Editor's note: This story originally ran in 2017. Watch a replay of the classic Texas-USC game tonight on ESPN and the ESPN App at 8 p.m. ET as part of Throwback Thursday: CFB Classics.
We, as fans and consumers of sports, ask a lot of those we watch.
We want them to be perfect, yet human.
We want them to be ice-cold "gamers," yet still be as emotional about what's happening as those of us who merely watch.
And we really, really want the competitors on the field to be foresworn, natural, fire-breathing enemies, the way we feel about the fans who have the audacity to root for the other side with the same ferocity that we root for ours.
On Jan. 4, 2006, Vince Young and Matt Leinart, the quarterbacks and leaders of the nation's two best college football teams, managed to check all of those boxes ... except for one. They won't ever be checking that one. Not even now, nearly 11 years later, when their teams -- Texas and USC, respectively -- gather for a game and impromptu reunion of those who played in perhaps the greatest game ever played.
"I have never been as focused as I was that night," says Young, who was 22 years old then. Now 34, he can still recall every detail of his second-ranked Longhorns facing the top-ranked Trojans in the Rose Bowl. "But before the game when I saw Matt, I couldn't help but smile. We were both so focused, but even in that moment I was like, 'Wassup, Matt? You ready to play some ball, man?'"
"We were back together just the other day for a TV shoot, just sitting there in the stadium talking for 45 minutes," says Leinart, now he's a college football analyst for Fox Sports. He's also 34. They were born only a week apart in 1983. "I love VY. We'd gotten to know each other in New York at the Heisman ceremony just a month [before the Rose Bowl]. So when we saw each other in Pasadena, it was like, 'Hey man, let's go.'"
The atmospheric molecules that filled the Rose Bowl were in full vibration as kickoff approached. USC had believed that its 30th appearance in the "Granddaddy of Them All" would feel familiarly comfortable. It did not. Texas, having won its inaugural Rose Bowl appearance only a year earlier, believed that experience would dampen the nervousness surrounding this one. The Longhorns were also wrong.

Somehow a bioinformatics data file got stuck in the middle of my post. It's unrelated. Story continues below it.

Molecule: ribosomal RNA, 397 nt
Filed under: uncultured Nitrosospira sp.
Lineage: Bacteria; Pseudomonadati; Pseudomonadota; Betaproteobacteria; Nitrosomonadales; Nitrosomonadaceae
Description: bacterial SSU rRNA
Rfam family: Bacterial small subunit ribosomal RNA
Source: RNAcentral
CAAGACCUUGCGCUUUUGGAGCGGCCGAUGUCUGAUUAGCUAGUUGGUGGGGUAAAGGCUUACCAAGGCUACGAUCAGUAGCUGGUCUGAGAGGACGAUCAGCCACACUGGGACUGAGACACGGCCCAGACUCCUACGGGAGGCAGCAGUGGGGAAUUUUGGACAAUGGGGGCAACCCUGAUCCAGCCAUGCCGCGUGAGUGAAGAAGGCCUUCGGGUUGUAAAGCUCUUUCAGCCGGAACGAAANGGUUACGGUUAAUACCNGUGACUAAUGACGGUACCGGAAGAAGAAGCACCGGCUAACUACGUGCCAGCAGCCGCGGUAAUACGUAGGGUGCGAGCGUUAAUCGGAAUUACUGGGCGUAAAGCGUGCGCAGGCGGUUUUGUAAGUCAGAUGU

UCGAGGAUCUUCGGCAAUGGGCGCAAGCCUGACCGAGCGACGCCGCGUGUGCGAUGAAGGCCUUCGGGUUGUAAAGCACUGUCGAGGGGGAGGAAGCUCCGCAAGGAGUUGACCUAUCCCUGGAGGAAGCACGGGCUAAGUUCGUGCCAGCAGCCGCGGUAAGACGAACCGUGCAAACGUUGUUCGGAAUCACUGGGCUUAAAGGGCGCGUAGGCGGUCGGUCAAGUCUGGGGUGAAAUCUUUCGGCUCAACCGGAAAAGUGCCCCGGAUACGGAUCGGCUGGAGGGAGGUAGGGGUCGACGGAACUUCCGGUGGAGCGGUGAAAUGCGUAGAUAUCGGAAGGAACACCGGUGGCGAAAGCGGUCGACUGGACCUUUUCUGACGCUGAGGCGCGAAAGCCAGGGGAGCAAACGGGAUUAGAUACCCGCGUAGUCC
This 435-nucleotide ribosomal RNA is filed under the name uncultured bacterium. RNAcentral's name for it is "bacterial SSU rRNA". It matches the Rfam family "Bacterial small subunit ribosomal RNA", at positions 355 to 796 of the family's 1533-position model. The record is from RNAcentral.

USC was the two-time defending national champion, riding a 34-game winning streak and carrying two Heisman winners, Leinart and the just-crowned winner, running back Reggie Bush. It had survived a nail-biting trip to Notre Dame midseason but had won its other 11 games relatively untested. Texas was riding a 19-game winning streak and was led Young, who'd just finished second to Bush (and one spot ahead of Leinart) in the Heisman vote. It had escaped a first-ever visit to Ohio State with a three-point win but also had won its remaining 11 contests without much of a scare.
"We were watching them all year," Young says of USC. "All the way back in summer practice I would say, 'I'm headed to work out. Anyone who wants to beat USC, come with me.'"
Then-Texas head coach Mack Brown remembers coming into the locker room at Darrel K. Royal Stadium on Oct. 15, 2005, after his team had just disposed of No. 24 Colorado 42-17. His postgame speech was ready to go, but not a single Longhorn was listening. They were crowded around a television, shamelessly rooting for USC to beat Notre Dame.
"They went nuts when USC scored on that play," Brown remembers of the "Bush Push," when Leinart was famously shoved over the goal line by his running back. "They said to me, 'We want them to win all their games, Coach. We want to see them in January.'"
That's when Brown decided to do away with one of the most ironclad rules of coaching.
"You don't ever allow yourselves to look too far ahead," he said. "This particular year, I looked the other way on that rule. This was the game that everyone wanted, and it was certainly the game our two teams wanted. That particular team, that was what motivated them. So, when we got there and the goal was reality, I stood on that sideline before kickoff and I was a total nervous wreck."
Once kickoff occurred, the quarterbacks immediately began fulfilling that first fan demand -- be perfect, but still human. It was an encapsulation of the football legacies of both Leinart and Young: So brilliant, but at times so flawed.
Leinart's first drive was a masterpiece, but the Trojans wouldn't visit the end zone again until the second half. Texas fumbled the ball four times in the game, losing one. A pitch for a touchdown in the second looked as if it should have been brought back because Young's knee had already touched the ground. At the time, it was so controversial that ABC Sports analyst Dan Fouts was incredulous, and a few days later the call was used as evidence to push college football into a standardized set of instant replay rules.
"People forget now that it really took us a half to get going, on both sides," explains Pete Carroll, then-USC head coach, now boss of the Seattle Seahawks. "What people remember is the second half, the fourth quarter. And they should. I remember thinking, 'Man, I think this might be something pretty great we're all in the middle of right now.'"